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Technology and innovation in the international economy


Table of Contents


Edited by
Charles Cooper

Director, United Nations University
Institute for New Technologies
Maastricht, The Netherlands

Edward Elgar
United Nations University Press

United Nations University Institute for New Technologies, 1994.

All rights reserved. No part of this publication may be reproduced, stored in a retrieval system or transmitted in any form or by any means, electronic mechanical, photocopying, recording, or otherwise without the prig; permission of the publisher.

Published jointly by
Edward Elgar Publishing Limited
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Croft Road
Aldershot
Hants GU11 3HR
England

Edward Elgar Publishing Company
Old Post Road
Brookfield
Vermont 05036
USA

United Nations University Press
5-53-70 Jingumae
Shibuya-ku, Tokyo 150
Japan

British Library Cataloguing in Publication Data
Technology and Innovation in the International Economy
I. Cooper, Charles
338.91

Library of Congress Cataloguing in Publication Data
Technology and innovation in the international economy / edited by Charles Cooper. p. cm.

Includes bibliographical references.

1. Technological innovations-Developing countries.
2. Technological innovations-Economic aspects-Developing countries.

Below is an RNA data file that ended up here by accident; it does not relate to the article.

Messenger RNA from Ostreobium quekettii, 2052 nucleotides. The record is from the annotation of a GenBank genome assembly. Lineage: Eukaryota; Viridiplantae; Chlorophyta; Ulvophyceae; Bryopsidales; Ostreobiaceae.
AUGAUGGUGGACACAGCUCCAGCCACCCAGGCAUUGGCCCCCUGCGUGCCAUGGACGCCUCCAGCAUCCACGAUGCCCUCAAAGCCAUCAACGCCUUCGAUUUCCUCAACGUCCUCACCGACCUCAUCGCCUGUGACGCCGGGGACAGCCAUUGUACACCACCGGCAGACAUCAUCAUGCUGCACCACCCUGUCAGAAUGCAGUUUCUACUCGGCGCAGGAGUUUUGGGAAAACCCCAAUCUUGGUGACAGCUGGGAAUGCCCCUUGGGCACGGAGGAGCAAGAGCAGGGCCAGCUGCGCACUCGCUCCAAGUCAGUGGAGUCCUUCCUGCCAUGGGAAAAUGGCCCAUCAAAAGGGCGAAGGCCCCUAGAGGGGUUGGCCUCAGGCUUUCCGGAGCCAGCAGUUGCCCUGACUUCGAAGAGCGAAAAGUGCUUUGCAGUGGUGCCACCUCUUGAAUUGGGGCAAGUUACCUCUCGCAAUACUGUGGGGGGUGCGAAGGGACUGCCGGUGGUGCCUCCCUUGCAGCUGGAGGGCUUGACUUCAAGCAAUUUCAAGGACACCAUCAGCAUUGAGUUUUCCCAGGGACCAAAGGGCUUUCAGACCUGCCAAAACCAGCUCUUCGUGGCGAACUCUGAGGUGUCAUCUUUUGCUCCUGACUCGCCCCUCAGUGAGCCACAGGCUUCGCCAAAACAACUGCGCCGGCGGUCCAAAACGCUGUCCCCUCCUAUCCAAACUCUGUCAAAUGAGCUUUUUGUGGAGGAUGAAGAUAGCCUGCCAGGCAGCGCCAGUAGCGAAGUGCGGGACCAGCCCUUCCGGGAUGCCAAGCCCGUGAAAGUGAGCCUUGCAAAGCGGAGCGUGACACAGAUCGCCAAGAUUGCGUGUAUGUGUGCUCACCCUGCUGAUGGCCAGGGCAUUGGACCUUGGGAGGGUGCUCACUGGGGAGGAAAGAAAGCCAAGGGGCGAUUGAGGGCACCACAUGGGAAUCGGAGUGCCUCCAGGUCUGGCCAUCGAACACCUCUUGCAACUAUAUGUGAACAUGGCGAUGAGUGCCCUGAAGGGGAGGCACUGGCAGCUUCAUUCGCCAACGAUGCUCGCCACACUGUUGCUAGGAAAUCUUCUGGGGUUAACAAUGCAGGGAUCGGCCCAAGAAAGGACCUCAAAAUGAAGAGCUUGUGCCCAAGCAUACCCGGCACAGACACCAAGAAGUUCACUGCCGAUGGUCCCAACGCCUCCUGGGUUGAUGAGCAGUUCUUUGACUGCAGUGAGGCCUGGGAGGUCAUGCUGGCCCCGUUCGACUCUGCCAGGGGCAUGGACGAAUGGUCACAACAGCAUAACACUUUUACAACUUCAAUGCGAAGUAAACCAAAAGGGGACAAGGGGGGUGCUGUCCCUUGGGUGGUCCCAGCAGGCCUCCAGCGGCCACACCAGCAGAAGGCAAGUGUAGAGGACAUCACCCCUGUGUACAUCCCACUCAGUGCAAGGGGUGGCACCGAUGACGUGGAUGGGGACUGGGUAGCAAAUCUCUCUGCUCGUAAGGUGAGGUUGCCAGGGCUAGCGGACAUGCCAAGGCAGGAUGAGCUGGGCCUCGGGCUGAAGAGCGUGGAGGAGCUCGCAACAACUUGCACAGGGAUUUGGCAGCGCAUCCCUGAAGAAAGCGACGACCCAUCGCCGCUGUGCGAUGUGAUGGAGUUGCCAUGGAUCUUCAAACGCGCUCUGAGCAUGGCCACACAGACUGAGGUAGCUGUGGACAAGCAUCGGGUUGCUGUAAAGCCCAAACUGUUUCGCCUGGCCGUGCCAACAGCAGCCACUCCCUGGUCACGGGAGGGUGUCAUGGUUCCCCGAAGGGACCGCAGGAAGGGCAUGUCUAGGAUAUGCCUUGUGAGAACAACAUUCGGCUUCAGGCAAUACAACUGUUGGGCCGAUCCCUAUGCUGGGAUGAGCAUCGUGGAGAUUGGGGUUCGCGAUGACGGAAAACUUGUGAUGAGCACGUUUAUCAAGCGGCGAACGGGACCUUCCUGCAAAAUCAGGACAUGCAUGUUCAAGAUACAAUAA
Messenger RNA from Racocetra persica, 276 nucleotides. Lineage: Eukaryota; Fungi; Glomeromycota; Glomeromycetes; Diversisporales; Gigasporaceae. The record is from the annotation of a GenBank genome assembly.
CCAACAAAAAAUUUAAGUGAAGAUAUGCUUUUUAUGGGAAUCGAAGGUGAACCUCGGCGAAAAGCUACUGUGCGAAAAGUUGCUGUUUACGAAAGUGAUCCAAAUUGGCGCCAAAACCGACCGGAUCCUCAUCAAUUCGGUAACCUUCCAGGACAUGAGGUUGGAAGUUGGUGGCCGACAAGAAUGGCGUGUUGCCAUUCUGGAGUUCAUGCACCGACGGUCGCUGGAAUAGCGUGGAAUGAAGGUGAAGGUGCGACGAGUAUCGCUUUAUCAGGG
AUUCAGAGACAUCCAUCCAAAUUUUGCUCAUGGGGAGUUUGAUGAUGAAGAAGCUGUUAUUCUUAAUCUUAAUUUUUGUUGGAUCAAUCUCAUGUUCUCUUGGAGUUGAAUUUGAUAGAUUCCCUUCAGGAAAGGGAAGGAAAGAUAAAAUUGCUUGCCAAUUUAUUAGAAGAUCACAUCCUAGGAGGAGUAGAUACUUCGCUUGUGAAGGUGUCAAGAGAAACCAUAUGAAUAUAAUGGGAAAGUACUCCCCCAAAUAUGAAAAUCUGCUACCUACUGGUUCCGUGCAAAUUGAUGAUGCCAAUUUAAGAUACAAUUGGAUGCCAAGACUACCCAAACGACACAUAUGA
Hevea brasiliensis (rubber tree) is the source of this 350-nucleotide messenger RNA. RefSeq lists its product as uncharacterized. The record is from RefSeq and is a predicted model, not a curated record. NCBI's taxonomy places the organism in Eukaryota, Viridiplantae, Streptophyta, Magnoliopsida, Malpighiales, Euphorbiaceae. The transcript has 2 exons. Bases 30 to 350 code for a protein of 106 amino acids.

3. Technological innovations-Social aspects-Developing countries. I. Cooper, Charles, 1936-T173.8. T4236 1994 338.9'27-dc20

93-39685
CIP

ISBN 1 85898 027 5

Printed in Great Britain at the University Press, Cambridge


Contents


Contributors

Foreword

1. Relevance of innovation studies to developing countries

1.1 Introduction
1.2 Innovation and technological change
1.3 Implications for developing countries

1.3.1 Innovation studies and the accumulation of technological capabilities
1.3.2 Trade and technology

1.4 Concluding remarks

1.4.1 The relevance of innovation studies
1.4.2 Some general issues

Acknowledgements
Notes
References

2. Biotechnology: Generation, diffusion, and policy

2.1 Introduction
2.2 The generation of biotechnology: Invention and innovation

2.2.1 The scientific base
2.2.2 The technologies
2.2.3 The evolution of biotechnological knowledge
2.2.4 Appropriating the rent from biotechnological knowledge
2.2.5 The role of government

2.3 Economic effects of biotechnology

2.3.1 Introduction
2.3.2 A survey of some literature
2.3.3 The need for a more general approach

2.4 Implications for the third world

2.4.1 Introduction
2.4.2 A survey of some literature
2.4.3 Preconditions and constraints on third world entry and desirable patterns of specialization
2.4.4 An illustrative case study: cuba's entry into new biotechnology
2.4.5 Biotechnology and information/communication technology

2.5 Recent additions to the literature
2.6 Towards a general research agenda

2.6.1 Evolution of biotechnology in industrialized countries
2.6.2 Biotechnology policies in third world countries
2.6.3 Socioeconomic effects of biotechnology

Acknowledgements
Notes
References
Annotated bibliography
For further reading

3. Microelectronics and the third world

3.1 Introduction
3.2 Patterns of adoption and diffusion in the third world

3.2.1 Supply-side factors
3.2.2 Demand-side factors

3.3 Impacts of microelectronics

3.3.1 Sectoral versus economy-wide impacts on output and employment
3.3.2 Impact of adoption on non-adopters of new technologies
3.3.3 Acquisition of technological capabilities
3.3.4 Applications of technological capabilities

3.4 Policy implications and future research directions

3.4.1 Normative aspects of policy formulation: 'What governments ought to do'

Acknowledgements
Notes
References
For further reading